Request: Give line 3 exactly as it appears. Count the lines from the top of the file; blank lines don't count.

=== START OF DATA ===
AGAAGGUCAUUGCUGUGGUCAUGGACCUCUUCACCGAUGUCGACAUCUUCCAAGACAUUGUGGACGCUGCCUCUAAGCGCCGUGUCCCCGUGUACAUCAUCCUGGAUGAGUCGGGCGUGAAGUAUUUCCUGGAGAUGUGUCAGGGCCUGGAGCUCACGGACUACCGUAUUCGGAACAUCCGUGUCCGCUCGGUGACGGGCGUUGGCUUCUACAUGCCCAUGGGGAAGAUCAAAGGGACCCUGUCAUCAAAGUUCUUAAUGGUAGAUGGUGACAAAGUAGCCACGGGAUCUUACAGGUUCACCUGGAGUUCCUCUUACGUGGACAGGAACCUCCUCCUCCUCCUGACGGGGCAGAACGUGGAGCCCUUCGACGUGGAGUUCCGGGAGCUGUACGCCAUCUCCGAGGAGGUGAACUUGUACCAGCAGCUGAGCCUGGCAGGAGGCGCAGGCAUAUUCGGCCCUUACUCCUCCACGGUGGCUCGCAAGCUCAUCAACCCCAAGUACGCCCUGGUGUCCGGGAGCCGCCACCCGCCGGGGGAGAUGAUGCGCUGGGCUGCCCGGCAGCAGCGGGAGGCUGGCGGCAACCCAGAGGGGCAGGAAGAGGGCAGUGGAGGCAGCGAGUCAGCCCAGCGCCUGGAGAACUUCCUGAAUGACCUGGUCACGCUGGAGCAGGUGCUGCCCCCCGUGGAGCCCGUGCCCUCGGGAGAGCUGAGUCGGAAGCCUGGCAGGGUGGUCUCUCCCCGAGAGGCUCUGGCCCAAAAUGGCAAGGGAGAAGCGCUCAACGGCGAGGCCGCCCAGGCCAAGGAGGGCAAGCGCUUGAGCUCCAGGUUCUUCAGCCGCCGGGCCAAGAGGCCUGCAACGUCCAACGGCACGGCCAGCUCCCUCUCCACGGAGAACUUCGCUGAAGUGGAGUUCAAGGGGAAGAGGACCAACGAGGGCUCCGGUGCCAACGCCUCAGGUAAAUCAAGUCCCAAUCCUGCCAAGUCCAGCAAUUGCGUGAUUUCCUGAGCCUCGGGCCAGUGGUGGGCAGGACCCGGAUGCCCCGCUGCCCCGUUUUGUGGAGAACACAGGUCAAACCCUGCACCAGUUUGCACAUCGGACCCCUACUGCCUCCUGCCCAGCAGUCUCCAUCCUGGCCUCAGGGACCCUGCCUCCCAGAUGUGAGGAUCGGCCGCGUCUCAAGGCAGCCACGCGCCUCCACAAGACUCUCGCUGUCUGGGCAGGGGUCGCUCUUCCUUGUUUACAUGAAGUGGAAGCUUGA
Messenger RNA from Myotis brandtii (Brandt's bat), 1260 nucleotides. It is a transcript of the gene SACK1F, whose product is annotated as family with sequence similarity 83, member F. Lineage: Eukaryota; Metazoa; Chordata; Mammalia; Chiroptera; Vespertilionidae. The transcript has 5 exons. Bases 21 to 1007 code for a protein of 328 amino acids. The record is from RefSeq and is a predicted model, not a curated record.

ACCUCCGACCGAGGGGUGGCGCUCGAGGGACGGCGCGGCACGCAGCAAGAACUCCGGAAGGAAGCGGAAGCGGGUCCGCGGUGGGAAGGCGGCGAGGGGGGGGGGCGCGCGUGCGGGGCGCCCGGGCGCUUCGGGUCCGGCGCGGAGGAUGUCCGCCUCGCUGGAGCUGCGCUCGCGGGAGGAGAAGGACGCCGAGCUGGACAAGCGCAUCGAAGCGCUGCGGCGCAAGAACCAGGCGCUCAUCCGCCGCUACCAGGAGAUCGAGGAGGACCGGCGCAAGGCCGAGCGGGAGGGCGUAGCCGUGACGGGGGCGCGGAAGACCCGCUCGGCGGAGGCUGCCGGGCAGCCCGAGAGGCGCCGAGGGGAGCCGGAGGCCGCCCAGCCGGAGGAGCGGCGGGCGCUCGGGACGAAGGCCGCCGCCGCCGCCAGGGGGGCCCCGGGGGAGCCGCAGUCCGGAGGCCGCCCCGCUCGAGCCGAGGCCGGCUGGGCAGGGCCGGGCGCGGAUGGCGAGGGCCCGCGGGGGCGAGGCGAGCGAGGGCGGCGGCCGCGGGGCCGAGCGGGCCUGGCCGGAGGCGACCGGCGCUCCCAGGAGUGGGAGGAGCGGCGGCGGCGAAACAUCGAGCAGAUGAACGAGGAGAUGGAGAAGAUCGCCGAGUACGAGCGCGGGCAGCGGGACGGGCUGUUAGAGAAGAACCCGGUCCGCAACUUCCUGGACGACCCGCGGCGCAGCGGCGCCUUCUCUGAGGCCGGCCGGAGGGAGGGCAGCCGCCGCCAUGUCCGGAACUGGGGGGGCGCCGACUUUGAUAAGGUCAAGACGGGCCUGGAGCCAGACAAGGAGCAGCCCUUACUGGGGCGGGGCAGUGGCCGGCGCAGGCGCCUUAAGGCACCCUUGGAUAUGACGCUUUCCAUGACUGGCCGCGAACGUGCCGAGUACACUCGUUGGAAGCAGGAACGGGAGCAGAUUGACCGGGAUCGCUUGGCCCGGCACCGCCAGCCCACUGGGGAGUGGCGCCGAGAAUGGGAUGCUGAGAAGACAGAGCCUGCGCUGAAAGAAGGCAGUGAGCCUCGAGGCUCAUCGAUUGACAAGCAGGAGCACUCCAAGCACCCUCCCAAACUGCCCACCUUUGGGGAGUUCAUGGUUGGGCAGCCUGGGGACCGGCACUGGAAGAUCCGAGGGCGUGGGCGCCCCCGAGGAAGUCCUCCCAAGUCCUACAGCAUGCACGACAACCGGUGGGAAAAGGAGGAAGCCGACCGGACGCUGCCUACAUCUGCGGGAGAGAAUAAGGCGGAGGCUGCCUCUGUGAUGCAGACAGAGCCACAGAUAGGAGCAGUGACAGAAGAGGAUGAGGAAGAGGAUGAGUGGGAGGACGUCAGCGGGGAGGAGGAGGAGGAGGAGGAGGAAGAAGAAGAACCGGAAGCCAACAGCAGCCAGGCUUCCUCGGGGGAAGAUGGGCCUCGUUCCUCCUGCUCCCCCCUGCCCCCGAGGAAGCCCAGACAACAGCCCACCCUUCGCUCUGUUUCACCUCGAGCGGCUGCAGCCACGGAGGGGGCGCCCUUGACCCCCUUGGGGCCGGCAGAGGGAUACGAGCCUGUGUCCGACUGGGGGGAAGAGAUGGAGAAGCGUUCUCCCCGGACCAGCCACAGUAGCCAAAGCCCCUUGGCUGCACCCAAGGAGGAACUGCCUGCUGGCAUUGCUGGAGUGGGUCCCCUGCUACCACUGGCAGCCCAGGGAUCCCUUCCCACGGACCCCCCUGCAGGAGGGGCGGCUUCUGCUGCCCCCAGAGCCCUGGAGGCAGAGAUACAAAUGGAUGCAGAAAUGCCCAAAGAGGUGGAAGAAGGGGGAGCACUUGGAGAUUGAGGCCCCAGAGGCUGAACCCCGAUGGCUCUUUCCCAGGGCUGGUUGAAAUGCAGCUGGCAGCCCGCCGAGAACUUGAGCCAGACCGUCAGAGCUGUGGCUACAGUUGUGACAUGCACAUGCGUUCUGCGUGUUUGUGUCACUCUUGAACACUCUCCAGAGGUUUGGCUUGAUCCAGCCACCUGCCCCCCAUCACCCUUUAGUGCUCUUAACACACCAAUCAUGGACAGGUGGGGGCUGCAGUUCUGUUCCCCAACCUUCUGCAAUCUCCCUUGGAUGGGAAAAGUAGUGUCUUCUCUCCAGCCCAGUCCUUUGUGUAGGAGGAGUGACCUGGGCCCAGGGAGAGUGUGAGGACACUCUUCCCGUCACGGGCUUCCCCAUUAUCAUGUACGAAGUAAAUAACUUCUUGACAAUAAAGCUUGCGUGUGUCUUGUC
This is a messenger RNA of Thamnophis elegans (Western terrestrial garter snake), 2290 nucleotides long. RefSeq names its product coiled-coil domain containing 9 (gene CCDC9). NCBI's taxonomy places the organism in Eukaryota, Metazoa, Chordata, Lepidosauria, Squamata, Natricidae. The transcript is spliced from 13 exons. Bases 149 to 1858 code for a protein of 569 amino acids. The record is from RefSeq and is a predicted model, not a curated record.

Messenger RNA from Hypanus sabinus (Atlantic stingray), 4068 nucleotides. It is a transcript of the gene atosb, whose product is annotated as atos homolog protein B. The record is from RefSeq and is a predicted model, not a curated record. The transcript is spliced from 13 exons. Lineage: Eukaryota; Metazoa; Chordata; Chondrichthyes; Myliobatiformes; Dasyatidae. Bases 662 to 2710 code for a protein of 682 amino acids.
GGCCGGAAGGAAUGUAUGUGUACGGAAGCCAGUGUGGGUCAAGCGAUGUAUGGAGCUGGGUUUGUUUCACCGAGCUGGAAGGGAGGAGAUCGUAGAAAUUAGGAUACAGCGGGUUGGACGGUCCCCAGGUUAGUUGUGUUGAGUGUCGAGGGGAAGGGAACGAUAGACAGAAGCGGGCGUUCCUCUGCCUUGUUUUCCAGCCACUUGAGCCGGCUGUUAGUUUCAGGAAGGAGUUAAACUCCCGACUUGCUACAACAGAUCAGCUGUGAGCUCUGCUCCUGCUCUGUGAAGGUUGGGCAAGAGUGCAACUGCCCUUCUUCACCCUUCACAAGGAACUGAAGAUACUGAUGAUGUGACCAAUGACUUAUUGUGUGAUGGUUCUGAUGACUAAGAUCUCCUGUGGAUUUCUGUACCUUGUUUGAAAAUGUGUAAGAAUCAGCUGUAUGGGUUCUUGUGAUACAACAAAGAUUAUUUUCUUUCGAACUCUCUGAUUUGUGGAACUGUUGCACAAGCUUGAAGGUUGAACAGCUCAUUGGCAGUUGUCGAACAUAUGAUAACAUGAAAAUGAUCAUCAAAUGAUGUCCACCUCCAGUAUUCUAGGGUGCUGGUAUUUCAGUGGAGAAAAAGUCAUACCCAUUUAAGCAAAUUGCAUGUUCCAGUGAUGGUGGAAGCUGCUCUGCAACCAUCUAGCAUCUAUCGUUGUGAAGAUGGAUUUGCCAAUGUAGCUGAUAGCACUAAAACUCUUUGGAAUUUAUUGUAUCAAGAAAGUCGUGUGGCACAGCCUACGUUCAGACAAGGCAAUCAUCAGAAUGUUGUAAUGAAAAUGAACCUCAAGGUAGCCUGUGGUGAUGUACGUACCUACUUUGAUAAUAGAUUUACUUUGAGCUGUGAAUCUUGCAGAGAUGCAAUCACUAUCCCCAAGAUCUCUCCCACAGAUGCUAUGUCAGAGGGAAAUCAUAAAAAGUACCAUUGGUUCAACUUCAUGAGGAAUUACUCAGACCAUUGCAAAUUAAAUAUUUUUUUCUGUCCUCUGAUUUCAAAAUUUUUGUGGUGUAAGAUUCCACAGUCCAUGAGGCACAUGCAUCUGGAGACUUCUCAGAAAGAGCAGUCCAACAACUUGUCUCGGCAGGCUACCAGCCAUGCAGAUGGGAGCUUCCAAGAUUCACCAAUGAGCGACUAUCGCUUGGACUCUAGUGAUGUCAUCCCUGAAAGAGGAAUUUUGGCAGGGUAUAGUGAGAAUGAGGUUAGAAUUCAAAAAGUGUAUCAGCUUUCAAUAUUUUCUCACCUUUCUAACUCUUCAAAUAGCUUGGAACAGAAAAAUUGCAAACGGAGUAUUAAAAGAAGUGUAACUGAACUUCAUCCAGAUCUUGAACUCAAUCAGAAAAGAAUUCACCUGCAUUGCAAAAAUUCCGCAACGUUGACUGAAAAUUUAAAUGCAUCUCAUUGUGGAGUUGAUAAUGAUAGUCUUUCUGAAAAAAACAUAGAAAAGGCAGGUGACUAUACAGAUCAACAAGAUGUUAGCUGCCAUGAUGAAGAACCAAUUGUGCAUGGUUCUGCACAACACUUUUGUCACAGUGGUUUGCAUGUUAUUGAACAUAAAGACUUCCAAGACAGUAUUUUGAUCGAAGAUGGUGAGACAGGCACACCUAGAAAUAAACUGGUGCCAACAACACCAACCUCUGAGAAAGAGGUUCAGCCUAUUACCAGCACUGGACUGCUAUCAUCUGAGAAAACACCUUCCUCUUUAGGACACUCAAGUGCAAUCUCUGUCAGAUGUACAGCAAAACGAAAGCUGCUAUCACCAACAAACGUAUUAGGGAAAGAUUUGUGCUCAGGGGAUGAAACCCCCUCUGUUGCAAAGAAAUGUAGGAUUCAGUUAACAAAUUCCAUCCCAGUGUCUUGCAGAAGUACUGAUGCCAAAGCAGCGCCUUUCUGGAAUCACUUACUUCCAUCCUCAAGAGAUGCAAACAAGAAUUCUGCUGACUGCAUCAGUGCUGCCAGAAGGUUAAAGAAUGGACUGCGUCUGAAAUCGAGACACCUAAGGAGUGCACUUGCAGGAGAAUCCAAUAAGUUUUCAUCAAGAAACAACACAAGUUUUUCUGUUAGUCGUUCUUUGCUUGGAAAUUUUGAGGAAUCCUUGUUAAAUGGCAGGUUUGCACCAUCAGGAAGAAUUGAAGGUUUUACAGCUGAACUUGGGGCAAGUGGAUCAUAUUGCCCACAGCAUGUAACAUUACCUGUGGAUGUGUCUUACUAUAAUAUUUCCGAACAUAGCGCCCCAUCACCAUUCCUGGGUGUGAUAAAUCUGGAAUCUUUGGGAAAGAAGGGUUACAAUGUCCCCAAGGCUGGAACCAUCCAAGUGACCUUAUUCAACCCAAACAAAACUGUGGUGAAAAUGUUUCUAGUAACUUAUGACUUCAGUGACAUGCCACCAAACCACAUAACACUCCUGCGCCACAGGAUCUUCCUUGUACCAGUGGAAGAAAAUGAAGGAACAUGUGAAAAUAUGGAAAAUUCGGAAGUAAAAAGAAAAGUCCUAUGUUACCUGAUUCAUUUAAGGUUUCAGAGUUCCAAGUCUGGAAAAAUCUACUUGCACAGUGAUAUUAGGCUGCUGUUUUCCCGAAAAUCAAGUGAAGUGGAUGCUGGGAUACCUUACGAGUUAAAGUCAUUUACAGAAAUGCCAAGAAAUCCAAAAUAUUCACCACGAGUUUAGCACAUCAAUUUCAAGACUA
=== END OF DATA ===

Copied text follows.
ACCUCCGACCGAGGGGUGGCGCUCGAGGGACGGCGCGGCACGCAGCAAGAACUCCGGAAGGAAGCGGAAGCGGGUCCGCGGUGGGAAGGCGGCGAGGGGGGGGGGCGCGCGUGCGGGGCGCCCGGGCGCUUCGGGUCCGGCGCGGAGGAUGUCCGCCUCGCUGGAGCUGCGCUCGCGGGAGGAGAAGGACGCCGAGCUGGACAAGCGCAUCGAAGCGCUGCGGCGCAAGAACCAGGCGCUCAUCCGCCGCUACCAGGAGAUCGAGGAGGACCGGCGCAAGGCCGAGCGGGAGGGCGUAGCCGUGACGGGGGCGCGGAAGACCCGCUCGGCGGAGGCUGCCGGGCAGCCCGAGAGGCGCCGAGGGGAGCCGGAGGCCGCCCAGCCGGAGGAGCGGCGGGCGCUCGGGACGAAGGCCGCCGCCGCCGCCAGGGGGGCCCCGGGGGAGCCGCAGUCCGGAGGCCGCCCCGCUCGAGCCGAGGCCGGCUGGGCAGGGCCGGGCGCGGAUGGCGAGGGCCCGCGGGGGCGAGGCGAGCGAGGGCGGCGGCCGCGGGGCCGAGCGGGCCUGGCCGGAGGCGACCGGCGCUCCCAGGAGUGGGAGGAGCGGCGGCGGCGAAACAUCGAGCAGAUGAACGAGGAGAUGGAGAAGAUCGCCGAGUACGAGCGCGGGCAGCGGGACGGGCUGUUAGAGAAGAACCCGGUCCGCAACUUCCUGGACGACCCGCGGCGCAGCGGCGCCUUCUCUGAGGCCGGCCGGAGGGAGGGCAGCCGCCGCCAUGUCCGGAACUGGGGGGGCGCCGACUUUGAUAAGGUCAAGACGGGCCUGGAGCCAGACAAGGAGCAGCCCUUACUGGGGCGGGGCAGUGGCCGGCGCAGGCGCCUUAAGGCACCCUUGGAUAUGACGCUUUCCAUGACUGGCCGCGAACGUGCCGAGUACACUCGUUGGAAGCAGGAACGGGAGCAGAUUGACCGGGAUCGCUUGGCCCGGCACCGCCAGCCCACUGGGGAGUGGCGCCGAGAAUGGGAUGCUGAGAAGACAGAGCCUGCGCUGAAAGAAGGCAGUGAGCCUCGAGGCUCAUCGAUUGACAAGCAGGAGCACUCCAAGCACCCUCCCAAACUGCCCACCUUUGGGGAGUUCAUGGUUGGGCAGCCUGGGGACCGGCACUGGAAGAUCCGAGGGCGUGGGCGCCCCCGAGGAAGUCCUCCCAAGUCCUACAGCAUGCACGACAACCGGUGGGAAAAGGAGGAAGCCGACCGGACGCUGCCUACAUCUGCGGGAGAGAAUAAGGCGGAGGCUGCCUCUGUGAUGCAGACAGAGCCACAGAUAGGAGCAGUGACAGAAGAGGAUGAGGAAGAGGAUGAGUGGGAGGACGUCAGCGGGGAGGAGGAGGAGGAGGAGGAGGAAGAAGAAGAACCGGAAGCCAACAGCAGCCAGGCUUCCUCGGGGGAAGAUGGGCCUCGUUCCUCCUGCUCCCCCCUGCCCCCGAGGAAGCCCAGACAACAGCCCACCCUUCGCUCUGUUUCACCUCGAGCGGCUGCAGCCACGGAGGGGGCGCCCUUGACCCCCUUGGGGCCGGCAGAGGGAUACGAGCCUGUGUCCGACUGGGGGGAAGAGAUGGAGAAGCGUUCUCCCCGGACCAGCCACAGUAGCCAAAGCCCCUUGGCUGCACCCAAGGAGGAACUGCCUGCUGGCAUUGCUGGAGUGGGUCCCCUGCUACCACUGGCAGCCCAGGGAUCCCUUCCCACGGACCCCCCUGCAGGAGGGGCGGCUUCUGCUGCCCCCAGAGCCCUGGAGGCAGAGAUACAAAUGGAUGCAGAAAUGCCCAAAGAGGUGGAAGAAGGGGGAGCACUUGGAGAUUGAGGCCCCAGAGGCUGAACCCCGAUGGCUCUUUCCCAGGGCUGGUUGAAAUGCAGCUGGCAGCCCGCCGAGAACUUGAGCCAGACCGUCAGAGCUGUGGCUACAGUUGUGACAUGCACAUGCGUUCUGCGUGUUUGUGUCACUCUUGAACACUCUCCAGAGGUUUGGCUUGAUCCAGCCACCUGCCCCCCAUCACCCUUUAGUGCUCUUAACACACCAAUCAUGGACAGGUGGGGGCUGCAGUUCUGUUCCCCAACCUUCUGCAAUCUCCCUUGGAUGGGAAAAGUAGUGUCUUCUCUCCAGCCCAGUCCUUUGUGUAGGAGGAGUGACCUGGGCCCAGGGAGAGUGUGAGGACACUCUUCCCGUCACGGGCUUCCCCAUUAUCAUGUACGAAGUAAAUAACUUCUUGACAAUAAAGCUUGCGUGUGUCUUGUC